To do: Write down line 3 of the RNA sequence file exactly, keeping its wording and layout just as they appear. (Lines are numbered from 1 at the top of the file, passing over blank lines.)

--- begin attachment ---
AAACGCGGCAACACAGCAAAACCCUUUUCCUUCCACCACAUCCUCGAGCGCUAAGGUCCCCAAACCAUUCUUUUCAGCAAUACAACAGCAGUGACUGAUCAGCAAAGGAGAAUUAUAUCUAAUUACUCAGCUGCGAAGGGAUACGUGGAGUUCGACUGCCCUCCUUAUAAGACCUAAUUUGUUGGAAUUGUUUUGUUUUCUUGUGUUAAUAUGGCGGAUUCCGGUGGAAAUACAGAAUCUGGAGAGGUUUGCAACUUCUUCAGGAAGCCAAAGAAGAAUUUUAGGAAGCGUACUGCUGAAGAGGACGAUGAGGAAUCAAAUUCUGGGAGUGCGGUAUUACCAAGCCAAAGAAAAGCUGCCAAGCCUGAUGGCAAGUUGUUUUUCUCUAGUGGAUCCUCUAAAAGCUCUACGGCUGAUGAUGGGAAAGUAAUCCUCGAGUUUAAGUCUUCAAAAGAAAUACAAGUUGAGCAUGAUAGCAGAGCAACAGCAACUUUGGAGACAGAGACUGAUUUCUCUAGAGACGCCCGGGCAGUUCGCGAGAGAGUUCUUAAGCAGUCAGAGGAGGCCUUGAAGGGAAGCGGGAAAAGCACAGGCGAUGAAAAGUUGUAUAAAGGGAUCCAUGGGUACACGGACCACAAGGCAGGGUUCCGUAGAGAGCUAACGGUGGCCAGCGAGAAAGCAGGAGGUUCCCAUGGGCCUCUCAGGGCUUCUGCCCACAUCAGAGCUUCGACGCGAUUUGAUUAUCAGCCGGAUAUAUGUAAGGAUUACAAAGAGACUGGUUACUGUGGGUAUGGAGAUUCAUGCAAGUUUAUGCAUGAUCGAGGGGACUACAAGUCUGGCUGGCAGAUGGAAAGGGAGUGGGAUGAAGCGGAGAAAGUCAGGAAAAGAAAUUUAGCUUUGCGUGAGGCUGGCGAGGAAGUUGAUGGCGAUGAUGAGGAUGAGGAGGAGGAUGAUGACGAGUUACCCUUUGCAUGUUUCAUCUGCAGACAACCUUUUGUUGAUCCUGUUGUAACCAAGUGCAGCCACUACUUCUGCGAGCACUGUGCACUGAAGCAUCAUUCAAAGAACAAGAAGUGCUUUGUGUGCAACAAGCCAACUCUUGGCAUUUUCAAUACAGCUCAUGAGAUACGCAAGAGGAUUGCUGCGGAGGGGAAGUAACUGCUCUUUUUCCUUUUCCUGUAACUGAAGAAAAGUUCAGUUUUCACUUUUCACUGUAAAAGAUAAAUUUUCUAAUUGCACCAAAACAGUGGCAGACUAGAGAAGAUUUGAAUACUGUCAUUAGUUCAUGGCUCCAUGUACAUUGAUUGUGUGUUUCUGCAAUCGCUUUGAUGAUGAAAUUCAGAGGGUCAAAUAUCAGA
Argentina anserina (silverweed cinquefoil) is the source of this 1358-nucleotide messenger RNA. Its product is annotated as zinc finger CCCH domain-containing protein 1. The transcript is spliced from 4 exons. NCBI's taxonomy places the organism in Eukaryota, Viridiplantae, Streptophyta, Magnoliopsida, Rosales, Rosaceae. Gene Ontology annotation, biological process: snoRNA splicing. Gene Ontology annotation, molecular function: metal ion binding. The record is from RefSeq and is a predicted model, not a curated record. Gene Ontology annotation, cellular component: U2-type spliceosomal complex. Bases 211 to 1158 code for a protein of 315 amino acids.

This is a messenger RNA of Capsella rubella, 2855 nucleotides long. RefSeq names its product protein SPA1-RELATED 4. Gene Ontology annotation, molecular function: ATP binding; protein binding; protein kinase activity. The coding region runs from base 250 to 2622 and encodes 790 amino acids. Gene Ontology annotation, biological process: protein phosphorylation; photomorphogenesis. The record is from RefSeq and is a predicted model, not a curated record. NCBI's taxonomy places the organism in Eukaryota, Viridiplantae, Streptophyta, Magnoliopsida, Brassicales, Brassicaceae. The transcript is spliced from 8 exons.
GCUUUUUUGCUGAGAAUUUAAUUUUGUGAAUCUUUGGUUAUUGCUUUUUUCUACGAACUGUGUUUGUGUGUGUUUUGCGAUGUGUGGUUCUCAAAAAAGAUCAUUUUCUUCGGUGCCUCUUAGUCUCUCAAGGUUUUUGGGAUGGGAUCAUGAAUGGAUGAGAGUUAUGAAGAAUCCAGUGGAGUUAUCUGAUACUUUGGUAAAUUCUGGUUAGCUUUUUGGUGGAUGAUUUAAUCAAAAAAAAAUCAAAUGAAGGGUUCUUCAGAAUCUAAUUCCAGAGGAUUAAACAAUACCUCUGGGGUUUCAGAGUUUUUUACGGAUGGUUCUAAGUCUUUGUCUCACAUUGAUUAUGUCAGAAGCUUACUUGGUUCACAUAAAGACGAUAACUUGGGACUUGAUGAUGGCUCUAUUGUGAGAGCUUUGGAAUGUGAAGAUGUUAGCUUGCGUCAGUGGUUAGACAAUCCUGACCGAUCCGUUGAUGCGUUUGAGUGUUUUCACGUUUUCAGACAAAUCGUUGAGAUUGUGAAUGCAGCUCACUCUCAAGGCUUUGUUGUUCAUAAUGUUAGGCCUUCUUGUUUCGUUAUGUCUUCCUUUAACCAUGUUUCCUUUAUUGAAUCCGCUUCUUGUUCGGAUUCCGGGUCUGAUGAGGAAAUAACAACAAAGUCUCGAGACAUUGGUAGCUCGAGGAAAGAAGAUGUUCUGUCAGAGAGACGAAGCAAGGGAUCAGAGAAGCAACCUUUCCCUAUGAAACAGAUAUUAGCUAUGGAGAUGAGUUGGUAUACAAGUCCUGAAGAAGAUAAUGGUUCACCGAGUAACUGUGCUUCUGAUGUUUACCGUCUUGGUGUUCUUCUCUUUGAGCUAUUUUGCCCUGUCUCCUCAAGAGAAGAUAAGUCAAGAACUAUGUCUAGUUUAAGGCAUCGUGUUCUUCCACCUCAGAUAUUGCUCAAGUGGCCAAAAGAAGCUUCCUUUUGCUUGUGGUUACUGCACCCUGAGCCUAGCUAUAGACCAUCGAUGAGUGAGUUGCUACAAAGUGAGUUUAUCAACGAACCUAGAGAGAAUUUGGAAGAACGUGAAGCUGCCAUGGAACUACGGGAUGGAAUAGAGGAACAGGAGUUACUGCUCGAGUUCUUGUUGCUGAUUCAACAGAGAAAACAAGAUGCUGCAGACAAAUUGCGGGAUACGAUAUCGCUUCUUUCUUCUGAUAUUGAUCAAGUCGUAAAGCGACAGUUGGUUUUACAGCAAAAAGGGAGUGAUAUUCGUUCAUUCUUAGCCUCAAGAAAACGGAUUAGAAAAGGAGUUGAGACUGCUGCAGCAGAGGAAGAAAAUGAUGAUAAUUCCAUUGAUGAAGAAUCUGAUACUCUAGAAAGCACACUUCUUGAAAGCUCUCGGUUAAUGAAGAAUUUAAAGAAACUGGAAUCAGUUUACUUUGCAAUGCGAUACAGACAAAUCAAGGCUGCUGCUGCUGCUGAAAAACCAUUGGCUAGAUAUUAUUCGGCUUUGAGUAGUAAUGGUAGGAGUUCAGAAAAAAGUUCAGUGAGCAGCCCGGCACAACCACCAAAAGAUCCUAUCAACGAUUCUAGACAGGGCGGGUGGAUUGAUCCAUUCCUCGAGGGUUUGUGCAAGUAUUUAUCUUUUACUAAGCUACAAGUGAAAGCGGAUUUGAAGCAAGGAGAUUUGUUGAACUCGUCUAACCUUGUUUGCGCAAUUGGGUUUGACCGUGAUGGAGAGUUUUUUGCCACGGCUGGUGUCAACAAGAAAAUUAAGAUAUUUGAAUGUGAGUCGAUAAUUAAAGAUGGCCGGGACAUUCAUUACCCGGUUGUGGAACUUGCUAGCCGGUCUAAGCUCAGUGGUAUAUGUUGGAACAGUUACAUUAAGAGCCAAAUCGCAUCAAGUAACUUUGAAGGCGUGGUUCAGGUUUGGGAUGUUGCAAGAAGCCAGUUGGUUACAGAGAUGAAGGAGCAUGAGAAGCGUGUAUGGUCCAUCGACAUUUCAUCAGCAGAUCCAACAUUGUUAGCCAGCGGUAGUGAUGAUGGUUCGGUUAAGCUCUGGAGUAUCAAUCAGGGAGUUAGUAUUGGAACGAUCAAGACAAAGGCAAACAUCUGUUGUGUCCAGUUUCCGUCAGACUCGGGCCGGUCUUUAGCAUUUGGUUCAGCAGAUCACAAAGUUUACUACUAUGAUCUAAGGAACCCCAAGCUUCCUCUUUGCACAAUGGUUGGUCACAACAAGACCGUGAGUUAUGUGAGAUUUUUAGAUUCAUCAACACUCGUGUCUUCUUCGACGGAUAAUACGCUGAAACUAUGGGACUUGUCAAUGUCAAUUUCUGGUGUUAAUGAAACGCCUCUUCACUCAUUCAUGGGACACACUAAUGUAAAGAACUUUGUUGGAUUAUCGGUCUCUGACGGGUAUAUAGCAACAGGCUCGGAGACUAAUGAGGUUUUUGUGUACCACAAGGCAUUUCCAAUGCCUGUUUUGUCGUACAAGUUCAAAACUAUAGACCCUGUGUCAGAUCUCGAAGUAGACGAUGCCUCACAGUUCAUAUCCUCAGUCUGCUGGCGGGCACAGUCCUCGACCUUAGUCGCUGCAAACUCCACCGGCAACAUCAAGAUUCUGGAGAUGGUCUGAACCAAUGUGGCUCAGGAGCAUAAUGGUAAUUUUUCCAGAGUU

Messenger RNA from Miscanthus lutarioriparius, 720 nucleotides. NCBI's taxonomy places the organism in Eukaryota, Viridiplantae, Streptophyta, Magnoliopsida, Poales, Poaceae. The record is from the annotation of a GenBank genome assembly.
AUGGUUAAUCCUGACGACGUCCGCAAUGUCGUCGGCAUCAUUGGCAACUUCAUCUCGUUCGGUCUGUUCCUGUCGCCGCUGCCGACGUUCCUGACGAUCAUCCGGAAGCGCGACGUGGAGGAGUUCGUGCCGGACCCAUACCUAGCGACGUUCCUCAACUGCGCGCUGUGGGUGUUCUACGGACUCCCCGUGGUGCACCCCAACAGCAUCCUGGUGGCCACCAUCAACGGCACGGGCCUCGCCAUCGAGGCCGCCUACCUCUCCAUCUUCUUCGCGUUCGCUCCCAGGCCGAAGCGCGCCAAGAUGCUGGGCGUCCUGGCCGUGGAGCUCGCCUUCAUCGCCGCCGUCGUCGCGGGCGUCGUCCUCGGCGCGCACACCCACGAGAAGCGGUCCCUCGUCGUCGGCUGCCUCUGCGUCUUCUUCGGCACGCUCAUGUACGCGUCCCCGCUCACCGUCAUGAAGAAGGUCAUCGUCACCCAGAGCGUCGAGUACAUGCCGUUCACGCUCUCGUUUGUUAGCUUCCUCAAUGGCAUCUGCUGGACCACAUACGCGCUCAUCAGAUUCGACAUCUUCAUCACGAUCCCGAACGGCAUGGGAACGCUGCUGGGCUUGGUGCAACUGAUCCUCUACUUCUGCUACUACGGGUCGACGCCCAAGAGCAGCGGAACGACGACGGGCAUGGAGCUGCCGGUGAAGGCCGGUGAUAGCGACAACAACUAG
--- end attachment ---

This is a messenger RNA of Capsella rubella, 2855 nucleotides long. RefSeq names its product protein SPA1-RELATED 4. Gene Ontology annotation, molecular function: ATP binding; protein binding; protein kinase activity. The coding region runs from base 250 to 2622 and encodes 790 amino acids. Gene Ontology annotation, biological process: protein phosphorylation; photomorphogenesis. The record is from RefSeq and is a predicted model, not a curated record. NCBI's taxonomy places the organism in Eukaryota, Viridiplantae, Streptophyta, Magnoliopsida, Brassicales, Brassicaceae. The transcript is spliced from 8 exons.